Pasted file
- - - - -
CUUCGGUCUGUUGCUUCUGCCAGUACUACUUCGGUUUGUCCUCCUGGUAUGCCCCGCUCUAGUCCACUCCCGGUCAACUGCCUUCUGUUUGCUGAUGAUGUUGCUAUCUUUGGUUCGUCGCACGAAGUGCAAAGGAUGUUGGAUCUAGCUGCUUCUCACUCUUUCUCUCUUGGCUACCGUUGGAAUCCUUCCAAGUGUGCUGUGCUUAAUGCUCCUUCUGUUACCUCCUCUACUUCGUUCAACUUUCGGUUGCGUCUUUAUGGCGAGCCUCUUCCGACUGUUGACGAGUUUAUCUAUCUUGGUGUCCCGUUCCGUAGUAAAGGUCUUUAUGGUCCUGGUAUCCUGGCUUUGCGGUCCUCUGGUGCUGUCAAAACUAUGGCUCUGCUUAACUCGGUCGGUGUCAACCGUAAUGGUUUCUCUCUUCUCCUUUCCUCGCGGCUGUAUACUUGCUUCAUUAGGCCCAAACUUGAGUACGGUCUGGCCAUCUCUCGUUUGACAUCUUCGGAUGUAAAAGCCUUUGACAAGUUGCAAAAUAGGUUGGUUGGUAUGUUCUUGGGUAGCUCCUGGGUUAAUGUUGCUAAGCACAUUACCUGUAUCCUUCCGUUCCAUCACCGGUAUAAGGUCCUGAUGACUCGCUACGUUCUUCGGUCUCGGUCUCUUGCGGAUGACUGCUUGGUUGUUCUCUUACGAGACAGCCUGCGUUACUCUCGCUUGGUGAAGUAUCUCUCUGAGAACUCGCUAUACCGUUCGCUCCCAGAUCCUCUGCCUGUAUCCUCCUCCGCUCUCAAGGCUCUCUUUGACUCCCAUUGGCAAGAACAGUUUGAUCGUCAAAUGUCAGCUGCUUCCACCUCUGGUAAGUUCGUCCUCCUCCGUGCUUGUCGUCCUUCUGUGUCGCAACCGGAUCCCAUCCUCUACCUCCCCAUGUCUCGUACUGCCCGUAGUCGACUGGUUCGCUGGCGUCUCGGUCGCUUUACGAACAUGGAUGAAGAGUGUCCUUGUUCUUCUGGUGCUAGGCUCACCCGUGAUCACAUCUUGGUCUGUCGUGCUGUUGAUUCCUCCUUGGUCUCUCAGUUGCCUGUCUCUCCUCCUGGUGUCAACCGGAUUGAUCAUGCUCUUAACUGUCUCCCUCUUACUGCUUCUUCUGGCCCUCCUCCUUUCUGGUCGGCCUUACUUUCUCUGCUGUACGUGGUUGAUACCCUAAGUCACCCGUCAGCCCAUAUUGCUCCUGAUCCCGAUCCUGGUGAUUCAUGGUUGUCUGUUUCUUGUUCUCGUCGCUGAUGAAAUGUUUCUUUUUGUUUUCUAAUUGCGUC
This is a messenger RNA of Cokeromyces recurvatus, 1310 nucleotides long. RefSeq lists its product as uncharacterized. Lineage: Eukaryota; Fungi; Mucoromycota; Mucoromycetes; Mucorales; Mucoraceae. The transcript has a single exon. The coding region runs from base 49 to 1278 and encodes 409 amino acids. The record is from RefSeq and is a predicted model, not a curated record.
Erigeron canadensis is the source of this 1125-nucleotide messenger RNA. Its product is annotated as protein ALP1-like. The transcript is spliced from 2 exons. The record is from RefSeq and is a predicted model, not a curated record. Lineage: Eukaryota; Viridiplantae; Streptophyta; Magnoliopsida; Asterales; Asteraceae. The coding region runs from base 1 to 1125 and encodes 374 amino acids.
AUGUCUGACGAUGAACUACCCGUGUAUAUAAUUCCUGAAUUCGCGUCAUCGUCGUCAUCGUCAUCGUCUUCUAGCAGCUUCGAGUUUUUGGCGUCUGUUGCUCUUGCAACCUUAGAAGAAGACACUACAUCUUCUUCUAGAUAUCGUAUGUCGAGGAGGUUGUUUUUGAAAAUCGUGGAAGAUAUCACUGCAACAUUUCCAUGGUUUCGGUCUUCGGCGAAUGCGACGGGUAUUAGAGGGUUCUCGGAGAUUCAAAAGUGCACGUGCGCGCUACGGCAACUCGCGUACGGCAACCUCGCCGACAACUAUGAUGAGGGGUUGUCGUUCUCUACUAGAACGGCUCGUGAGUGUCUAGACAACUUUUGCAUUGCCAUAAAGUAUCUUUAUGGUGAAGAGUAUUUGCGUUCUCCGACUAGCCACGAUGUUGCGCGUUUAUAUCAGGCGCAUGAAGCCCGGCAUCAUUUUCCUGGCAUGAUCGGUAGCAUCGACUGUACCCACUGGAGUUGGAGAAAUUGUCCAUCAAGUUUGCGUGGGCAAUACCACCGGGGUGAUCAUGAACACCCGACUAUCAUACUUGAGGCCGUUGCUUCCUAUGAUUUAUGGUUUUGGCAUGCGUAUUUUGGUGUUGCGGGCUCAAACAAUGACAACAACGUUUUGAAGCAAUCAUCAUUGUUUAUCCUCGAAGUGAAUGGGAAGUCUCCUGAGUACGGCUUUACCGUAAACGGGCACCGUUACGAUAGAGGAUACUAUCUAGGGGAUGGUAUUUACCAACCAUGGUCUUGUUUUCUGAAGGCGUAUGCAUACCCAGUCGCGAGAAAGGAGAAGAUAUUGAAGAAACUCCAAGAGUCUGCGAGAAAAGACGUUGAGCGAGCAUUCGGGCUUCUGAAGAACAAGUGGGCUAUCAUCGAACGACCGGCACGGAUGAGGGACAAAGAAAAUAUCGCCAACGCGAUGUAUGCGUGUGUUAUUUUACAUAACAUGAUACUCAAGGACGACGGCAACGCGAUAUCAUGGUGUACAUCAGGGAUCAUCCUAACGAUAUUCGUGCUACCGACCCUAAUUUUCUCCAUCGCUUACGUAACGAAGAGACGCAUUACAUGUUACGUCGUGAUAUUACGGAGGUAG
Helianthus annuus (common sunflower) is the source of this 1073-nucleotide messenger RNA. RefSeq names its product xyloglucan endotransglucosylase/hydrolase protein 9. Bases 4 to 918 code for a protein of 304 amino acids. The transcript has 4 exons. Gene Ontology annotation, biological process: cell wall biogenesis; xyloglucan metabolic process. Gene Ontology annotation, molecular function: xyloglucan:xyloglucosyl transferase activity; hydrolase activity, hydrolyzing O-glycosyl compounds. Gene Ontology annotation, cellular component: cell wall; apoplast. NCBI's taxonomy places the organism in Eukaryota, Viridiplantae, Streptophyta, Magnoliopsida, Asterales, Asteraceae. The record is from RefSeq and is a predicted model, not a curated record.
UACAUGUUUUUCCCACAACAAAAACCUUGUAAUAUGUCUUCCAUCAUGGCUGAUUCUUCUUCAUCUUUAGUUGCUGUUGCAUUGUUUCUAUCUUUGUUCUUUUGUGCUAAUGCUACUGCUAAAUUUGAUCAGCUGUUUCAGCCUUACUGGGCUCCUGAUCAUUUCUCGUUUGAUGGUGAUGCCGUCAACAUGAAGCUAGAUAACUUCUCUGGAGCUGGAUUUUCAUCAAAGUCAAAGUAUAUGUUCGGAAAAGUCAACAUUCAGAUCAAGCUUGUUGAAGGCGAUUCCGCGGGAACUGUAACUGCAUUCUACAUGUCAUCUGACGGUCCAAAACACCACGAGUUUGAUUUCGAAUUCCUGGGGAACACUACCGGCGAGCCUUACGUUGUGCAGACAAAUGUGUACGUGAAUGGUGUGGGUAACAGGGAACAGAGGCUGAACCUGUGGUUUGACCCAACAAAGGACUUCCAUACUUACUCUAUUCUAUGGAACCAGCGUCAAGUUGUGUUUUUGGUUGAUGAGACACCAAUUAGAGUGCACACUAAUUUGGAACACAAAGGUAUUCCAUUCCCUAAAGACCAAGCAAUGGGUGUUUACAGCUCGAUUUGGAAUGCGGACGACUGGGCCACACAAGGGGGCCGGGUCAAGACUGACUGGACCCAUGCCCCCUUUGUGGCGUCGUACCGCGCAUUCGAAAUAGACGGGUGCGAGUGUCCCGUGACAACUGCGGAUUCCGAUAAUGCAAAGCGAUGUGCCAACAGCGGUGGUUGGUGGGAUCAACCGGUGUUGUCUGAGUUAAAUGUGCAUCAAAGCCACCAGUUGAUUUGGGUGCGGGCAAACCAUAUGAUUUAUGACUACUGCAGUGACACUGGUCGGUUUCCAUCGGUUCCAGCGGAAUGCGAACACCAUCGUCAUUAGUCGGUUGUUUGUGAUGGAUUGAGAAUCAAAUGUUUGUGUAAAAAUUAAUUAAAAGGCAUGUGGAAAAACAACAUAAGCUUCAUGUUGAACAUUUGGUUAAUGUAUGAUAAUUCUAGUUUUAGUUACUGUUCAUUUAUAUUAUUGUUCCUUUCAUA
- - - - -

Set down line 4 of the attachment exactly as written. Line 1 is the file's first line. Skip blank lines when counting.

AUGUCUGACGAUGAACUACCCGUGUAUAUAAUUCCUGAAUUCGCGUCAUCGUCGUCAUCGUCAUCGUCUUCUAGCAGCUUCGAGUUUUUGGCGUCUGUUGCUCUUGCAACCUUAGAAGAAGACACUACAUCUUCUUCUAGAUAUCGUAUGUCGAGGAGGUUGUUUUUGAAAAUCGUGGAAGAUAUCACUGCAACAUUUCCAUGGUUUCGGUCUUCGGCGAAUGCGACGGGUAUUAGAGGGUUCUCGGAGAUUCAAAAGUGCACGUGCGCGCUACGGCAACUCGCGUACGGCAACCUCGCCGACAACUAUGAUGAGGGGUUGUCGUUCUCUACUAGAACGGCUCGUGAGUGUCUAGACAACUUUUGCAUUGCCAUAAAGUAUCUUUAUGGUGAAGAGUAUUUGCGUUCUCCGACUAGCCACGAUGUUGCGCGUUUAUAUCAGGCGCAUGAAGCCCGGCAUCAUUUUCCUGGCAUGAUCGGUAGCAUCGACUGUACCCACUGGAGUUGGAGAAAUUGUCCAUCAAGUUUGCGUGGGCAAUACCACCGGGGUGAUCAUGAACACCCGACUAUCAUACUUGAGGCCGUUGCUUCCUAUGAUUUAUGGUUUUGGCAUGCGUAUUUUGGUGUUGCGGGCUCAAACAAUGACAACAACGUUUUGAAGCAAUCAUCAUUGUUUAUCCUCGAAGUGAAUGGGAAGUCUCCUGAGUACGGCUUUACCGUAAACGGGCACCGUUACGAUAGAGGAUACUAUCUAGGGGAUGGUAUUUACCAACCAUGGUCUUGUUUUCUGAAGGCGUAUGCAUACCCAGUCGCGAGAAAGGAGAAGAUAUUGAAGAAACUCCAAGAGUCUGCGAGAAAAGACGUUGAGCGAGCAUUCGGGCUUCUGAAGAACAAGUGGGCUAUCAUCGAACGACCGGCACGGAUGAGGGACAAAGAAAAUAUCGCCAACGCGAUGUAUGCGUGUGUUAUUUUACAUAACAUGAUACUCAAGGACGACGGCAACGCGAUAUCAUGGUGUACAUCAGGGAUCAUCCUAACGAUAUUCGUGCUACCGACCCUAAUUUUCUCCAUCGCUUACGUAACGAAGAGACGCAUUACAUGUUACGUCGUGAUAUUACGGAGGUAG